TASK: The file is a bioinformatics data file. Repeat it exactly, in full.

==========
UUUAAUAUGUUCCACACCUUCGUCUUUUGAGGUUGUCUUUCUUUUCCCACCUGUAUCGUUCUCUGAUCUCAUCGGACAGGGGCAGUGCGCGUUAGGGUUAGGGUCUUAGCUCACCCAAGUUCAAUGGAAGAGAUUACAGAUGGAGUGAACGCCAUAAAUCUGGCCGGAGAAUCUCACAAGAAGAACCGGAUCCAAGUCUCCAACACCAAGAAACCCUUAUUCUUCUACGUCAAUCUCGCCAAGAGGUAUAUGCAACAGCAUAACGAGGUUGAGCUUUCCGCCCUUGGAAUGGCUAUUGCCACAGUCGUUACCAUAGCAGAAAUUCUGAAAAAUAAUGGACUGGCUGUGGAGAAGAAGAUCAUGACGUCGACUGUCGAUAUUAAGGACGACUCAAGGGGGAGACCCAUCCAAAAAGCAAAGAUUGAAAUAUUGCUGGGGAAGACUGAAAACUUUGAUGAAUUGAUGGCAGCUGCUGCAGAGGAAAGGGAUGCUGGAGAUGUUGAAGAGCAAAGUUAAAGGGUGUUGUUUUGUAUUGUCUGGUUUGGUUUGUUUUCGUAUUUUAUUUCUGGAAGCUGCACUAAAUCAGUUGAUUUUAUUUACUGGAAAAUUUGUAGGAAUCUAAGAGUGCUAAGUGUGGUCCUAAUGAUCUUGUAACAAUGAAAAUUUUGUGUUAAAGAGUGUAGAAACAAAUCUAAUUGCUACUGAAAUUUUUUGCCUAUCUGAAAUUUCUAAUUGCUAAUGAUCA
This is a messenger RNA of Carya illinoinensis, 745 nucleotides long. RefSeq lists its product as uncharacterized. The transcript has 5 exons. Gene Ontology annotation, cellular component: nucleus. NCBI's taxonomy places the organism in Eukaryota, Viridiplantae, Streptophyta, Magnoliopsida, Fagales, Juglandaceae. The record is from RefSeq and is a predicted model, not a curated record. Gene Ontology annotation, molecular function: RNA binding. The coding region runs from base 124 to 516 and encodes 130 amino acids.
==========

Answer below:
UUUAAUAUGUUCCACACCUUCGUCUUUUGAGGUUGUCUUUCUUUUCCCACCUGUAUCGUUCUCUGAUCUCAUCGGACAGGGGCAGUGCGCGUUAGGGUUAGGGUCUUAGCUCACCCAAGUUCAAUGGAAGAGAUUACAGAUGGAGUGAACGCCAUAAAUCUGGCCGGAGAAUCUCACAAGAAGAACCGGAUCCAAGUCUCCAACACCAAGAAACCCUUAUUCUUCUACGUCAAUCUCGCCAAGAGGUAUAUGCAACAGCAUAACGAGGUUGAGCUUUCCGCCCUUGGAAUGGCUAUUGCCACAGUCGUUACCAUAGCAGAAAUUCUGAAAAAUAAUGGACUGGCUGUGGAGAAGAAGAUCAUGACGUCGACUGUCGAUAUUAAGGACGACUCAAGGGGGAGACCCAUCCAAAAAGCAAAGAUUGAAAUAUUGCUGGGGAAGACUGAAAACUUUGAUGAAUUGAUGGCAGCUGCUGCAGAGGAAAGGGAUGCUGGAGAUGUUGAAGAGCAAAGUUAAAGGGUGUUGUUUUGUAUUGUCUGGUUUGGUUUGUUUUCGUAUUUUAUUUCUGGAAGCUGCACUAAAUCAGUUGAUUUUAUUUACUGGAAAAUUUGUAGGAAUCUAAGAGUGCUAAGUGUGGUCCUAAUGAUCUUGUAACAAUGAAAAUUUUGUGUUAAAGAGUGUAGAAACAAAUCUAAUUGCUACUGAAAUUUUUUGCCUAUCUGAAAUUUCUAAUUGCUAAUGAUCA
This is a messenger RNA of Carya illinoinensis, 745 nucleotides long. RefSeq lists its product as uncharacterized. The transcript has 5 exons. Gene Ontology annotation, cellular component: nucleus. NCBI's taxonomy places the organism in Eukaryota, Viridiplantae, Streptophyta, Magnoliopsida, Fagales, Juglandaceae. The record is from RefSeq and is a predicted model, not a curated record. Gene Ontology annotation, molecular function: RNA binding. The coding region runs from base 124 to 516 and encodes 130 amino acids.